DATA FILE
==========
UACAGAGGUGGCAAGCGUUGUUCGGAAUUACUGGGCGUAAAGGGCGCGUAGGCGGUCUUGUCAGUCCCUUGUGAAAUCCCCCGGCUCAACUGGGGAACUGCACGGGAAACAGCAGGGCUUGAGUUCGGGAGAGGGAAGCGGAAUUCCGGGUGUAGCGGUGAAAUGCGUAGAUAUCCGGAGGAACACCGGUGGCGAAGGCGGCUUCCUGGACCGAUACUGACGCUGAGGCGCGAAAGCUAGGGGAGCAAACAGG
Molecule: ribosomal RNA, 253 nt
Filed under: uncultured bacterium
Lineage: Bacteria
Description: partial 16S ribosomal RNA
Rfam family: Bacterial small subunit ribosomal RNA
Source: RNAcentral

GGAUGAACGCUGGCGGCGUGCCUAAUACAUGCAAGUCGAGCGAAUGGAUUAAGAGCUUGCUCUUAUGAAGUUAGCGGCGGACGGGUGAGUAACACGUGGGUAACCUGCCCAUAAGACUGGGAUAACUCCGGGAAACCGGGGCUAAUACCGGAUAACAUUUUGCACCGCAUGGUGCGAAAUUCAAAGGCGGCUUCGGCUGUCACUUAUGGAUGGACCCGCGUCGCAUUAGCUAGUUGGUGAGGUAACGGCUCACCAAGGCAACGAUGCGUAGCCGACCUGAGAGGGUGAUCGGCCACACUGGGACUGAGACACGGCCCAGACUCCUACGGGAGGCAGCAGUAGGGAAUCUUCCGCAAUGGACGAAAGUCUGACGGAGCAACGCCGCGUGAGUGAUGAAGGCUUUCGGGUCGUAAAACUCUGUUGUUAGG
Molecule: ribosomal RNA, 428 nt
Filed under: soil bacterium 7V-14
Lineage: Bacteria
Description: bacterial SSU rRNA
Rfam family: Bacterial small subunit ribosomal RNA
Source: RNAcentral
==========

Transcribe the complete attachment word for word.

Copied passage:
UACAGAGGUGGCAAGCGUUGUUCGGAAUUACUGGGCGUAAAGGGCGCGUAGGCGGUCUUGUCAGUCCCUUGUGAAAUCCCCCGGCUCAACUGGGGAACUGCACGGGAAACAGCAGGGCUUGAGUUCGGGAGAGGGAAGCGGAAUUCCGGGUGUAGCGGUGAAAUGCGUAGAUAUCCGGAGGAACACCGGUGGCGAAGGCGGCUUCCUGGACCGAUACUGACGCUGAGGCGCGAAAGCUAGGGGAGCAAACAGG
Molecule: ribosomal RNA, 253 nt
Filed under: uncultured bacterium
Lineage: Bacteria
Description: partial 16S ribosomal RNA
Rfam family: Bacterial small subunit ribosomal RNA
Source: RNAcentral

GGAUGAACGCUGGCGGCGUGCCUAAUACAUGCAAGUCGAGCGAAUGGAUUAAGAGCUUGCUCUUAUGAAGUUAGCGGCGGACGGGUGAGUAACACGUGGGUAACCUGCCCAUAAGACUGGGAUAACUCCGGGAAACCGGGGCUAAUACCGGAUAACAUUUUGCACCGCAUGGUGCGAAAUUCAAAGGCGGCUUCGGCUGUCACUUAUGGAUGGACCCGCGUCGCAUUAGCUAGUUGGUGAGGUAACGGCUCACCAAGGCAACGAUGCGUAGCCGACCUGAGAGGGUGAUCGGCCACACUGGGACUGAGACACGGCCCAGACUCCUACGGGAGGCAGCAGUAGGGAAUCUUCCGCAAUGGACGAAAGUCUGACGGAGCAACGCCGCGUGAGUGAUGAAGGCUUUCGGGUCGUAAAACUCUGUUGUUAGG
Molecule: ribosomal RNA, 428 nt
Filed under: soil bacterium 7V-14
Lineage: Bacteria
Description: bacterial SSU rRNA
Rfam family: Bacterial small subunit ribosomal RNA
Source: RNAcentral